Submitted by Anonymous
Answered by Elinor Molbegott
Do I have any rights to a friend's dog I am boarding?
Q:

I have a friend who asked me to look after his dog after a breakup left him without stable housing. The dog has been with me for 3 weeks and a limit was not determined. She was never socialized and is iffy with my dog and HORRIBLE with dogs outside, she is leash reactive, she is food reactive and she suffers from extreme anxiety. Nothing was done in her entire year of life to help her with any of this. He provides her food but nothing else. I have had to buy her a harness, water, treats, etc and handle her vet care. What, if any, rights do I have to the dog if I did not want to send her back to him? I honestly believe she is neglected emotionally. She is fed but there is much more to caring for a dog than food.

A:

I agree that caring for a dog humanely requires much more than providing food. However, when one agrees to temporarily care for another person’s animal, the caretaker usually does not gain ‘ownership’ rights to that animal unless the ‘owner’ consents. There are a few exceptions. Several states have enacted laws to provide that an animal can be deemed abandoned when left for boarding or at a veterinary hospital and not retrieved within a certain amount of time after the scheduled release date or after being informed (letters are usually required) that the animal is ready to be discharged. Additionally, animal ‘ownership’ rights can sometimes be terminated after a person is convicted of animal cruelty. Consider discussing your concerns with your friend. I hope you can work out an arrangement that is in the best interests of the dog.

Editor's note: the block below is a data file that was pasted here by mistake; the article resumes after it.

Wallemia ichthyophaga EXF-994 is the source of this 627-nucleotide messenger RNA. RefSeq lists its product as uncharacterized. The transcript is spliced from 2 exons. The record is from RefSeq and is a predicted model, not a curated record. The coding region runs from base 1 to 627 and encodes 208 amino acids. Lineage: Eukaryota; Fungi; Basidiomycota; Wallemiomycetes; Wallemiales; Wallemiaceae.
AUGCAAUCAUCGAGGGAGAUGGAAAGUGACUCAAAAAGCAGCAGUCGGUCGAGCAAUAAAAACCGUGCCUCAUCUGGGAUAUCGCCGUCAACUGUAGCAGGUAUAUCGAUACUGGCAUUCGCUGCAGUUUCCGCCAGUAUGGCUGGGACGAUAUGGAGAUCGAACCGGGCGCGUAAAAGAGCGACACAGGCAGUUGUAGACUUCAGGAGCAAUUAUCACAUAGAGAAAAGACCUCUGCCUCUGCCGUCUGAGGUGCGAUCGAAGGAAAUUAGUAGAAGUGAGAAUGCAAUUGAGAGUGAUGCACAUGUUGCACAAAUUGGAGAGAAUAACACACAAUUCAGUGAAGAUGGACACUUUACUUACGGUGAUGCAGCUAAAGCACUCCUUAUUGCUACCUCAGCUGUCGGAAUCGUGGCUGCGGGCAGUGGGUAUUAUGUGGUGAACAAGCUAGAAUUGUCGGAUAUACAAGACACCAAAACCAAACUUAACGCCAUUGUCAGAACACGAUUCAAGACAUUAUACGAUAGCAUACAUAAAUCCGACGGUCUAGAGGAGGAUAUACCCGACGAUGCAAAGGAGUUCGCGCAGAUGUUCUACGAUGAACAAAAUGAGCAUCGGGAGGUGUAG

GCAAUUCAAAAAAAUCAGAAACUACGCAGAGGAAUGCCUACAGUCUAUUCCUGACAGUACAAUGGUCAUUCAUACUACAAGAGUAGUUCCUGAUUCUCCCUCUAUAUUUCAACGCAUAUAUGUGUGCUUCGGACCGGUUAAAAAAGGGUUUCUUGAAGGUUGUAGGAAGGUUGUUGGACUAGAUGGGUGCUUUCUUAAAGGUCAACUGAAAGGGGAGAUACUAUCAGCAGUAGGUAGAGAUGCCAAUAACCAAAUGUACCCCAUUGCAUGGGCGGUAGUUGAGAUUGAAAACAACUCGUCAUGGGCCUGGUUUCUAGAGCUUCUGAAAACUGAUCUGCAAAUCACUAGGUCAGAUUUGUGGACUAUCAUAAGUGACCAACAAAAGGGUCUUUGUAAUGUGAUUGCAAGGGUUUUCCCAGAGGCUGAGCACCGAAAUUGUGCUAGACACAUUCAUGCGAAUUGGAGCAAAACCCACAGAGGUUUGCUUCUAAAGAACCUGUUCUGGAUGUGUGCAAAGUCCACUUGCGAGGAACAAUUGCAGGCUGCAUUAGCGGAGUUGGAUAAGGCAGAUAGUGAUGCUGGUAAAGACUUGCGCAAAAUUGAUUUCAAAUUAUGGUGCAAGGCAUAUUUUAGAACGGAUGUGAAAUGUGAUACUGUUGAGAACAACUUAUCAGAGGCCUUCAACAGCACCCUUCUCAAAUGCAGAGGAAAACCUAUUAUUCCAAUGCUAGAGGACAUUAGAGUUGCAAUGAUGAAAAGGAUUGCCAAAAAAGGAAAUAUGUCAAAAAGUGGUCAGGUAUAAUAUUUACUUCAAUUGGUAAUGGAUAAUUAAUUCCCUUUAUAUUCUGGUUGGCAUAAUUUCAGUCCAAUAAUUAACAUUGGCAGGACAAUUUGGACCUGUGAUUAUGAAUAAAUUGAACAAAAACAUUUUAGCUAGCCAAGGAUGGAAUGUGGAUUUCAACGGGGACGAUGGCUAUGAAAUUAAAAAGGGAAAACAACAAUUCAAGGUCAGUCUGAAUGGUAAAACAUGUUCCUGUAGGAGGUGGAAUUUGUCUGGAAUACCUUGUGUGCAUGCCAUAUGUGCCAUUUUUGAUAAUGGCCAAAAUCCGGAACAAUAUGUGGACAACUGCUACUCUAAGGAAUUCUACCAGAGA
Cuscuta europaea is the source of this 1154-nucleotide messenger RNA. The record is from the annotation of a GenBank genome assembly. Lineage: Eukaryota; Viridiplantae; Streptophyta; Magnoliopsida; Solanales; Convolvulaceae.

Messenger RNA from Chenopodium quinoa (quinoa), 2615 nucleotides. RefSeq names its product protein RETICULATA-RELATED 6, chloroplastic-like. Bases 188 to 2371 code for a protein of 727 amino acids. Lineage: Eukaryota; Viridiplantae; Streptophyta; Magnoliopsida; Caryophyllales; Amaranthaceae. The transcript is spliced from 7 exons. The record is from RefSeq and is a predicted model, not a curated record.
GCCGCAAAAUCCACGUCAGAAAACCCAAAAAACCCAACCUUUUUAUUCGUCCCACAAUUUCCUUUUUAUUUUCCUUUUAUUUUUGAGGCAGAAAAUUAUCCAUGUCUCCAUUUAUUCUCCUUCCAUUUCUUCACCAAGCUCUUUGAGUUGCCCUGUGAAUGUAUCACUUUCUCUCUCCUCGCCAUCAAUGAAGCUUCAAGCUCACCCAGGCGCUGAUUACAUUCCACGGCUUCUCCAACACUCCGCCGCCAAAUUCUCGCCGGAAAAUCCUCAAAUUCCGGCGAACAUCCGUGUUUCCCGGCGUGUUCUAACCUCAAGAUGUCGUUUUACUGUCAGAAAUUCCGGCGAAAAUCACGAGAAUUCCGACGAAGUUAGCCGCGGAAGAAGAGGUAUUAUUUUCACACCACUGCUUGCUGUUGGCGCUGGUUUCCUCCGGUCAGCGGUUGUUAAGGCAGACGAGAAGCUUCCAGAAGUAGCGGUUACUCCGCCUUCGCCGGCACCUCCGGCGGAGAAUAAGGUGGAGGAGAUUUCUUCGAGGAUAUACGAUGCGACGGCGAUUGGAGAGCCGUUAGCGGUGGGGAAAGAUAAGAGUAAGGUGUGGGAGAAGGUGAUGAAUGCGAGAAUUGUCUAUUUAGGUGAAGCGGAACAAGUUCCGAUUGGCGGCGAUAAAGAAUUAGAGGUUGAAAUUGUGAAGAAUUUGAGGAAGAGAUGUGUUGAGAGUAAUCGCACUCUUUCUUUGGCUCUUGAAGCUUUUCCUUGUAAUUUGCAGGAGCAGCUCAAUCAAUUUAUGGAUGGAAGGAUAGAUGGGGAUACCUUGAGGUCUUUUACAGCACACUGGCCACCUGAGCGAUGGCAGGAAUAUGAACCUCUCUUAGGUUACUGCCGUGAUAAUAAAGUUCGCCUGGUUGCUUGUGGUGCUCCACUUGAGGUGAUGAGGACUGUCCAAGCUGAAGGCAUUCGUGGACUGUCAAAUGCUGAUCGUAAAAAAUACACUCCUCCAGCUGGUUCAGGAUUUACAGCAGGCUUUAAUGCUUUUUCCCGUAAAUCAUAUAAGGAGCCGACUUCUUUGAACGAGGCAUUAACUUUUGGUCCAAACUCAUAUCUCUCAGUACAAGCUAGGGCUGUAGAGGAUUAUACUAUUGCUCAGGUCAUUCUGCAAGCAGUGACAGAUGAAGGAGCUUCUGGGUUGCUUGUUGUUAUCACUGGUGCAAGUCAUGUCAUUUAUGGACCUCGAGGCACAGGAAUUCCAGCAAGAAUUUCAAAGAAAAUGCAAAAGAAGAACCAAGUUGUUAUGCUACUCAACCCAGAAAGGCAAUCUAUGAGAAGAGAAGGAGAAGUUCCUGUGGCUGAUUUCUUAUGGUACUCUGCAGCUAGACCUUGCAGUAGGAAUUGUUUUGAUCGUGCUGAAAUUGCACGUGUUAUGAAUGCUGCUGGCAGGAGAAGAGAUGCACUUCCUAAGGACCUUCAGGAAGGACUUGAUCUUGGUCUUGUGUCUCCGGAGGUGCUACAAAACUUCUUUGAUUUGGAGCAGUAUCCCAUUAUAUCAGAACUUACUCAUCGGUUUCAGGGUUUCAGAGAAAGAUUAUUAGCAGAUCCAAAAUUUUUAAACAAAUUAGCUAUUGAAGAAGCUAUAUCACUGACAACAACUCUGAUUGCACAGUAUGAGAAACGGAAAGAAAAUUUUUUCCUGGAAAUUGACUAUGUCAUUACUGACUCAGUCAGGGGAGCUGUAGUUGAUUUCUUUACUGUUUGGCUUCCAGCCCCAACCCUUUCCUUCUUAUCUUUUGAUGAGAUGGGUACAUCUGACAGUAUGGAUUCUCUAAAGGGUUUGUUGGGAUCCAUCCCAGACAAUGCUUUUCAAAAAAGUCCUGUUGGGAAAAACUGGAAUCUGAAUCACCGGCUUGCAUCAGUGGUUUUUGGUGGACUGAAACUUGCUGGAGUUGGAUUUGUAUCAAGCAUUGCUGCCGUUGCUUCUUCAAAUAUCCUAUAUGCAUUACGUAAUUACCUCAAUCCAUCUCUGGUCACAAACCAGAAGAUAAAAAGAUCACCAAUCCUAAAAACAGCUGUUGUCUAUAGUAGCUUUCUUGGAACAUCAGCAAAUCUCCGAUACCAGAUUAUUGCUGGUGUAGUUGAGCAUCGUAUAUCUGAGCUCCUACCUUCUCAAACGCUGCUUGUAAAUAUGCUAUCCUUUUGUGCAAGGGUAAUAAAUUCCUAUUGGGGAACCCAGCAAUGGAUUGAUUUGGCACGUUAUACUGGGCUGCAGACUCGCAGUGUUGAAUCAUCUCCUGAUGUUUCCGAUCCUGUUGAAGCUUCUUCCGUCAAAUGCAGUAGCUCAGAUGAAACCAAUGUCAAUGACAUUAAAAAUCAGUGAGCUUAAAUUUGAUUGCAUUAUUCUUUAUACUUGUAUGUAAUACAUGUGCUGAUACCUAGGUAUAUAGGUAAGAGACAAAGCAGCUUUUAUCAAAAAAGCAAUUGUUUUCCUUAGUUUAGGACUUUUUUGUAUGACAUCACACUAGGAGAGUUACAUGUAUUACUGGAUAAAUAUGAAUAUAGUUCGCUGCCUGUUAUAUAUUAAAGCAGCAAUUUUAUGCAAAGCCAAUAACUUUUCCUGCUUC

Submitted by Anonymous
Answered by Elinor Molbegott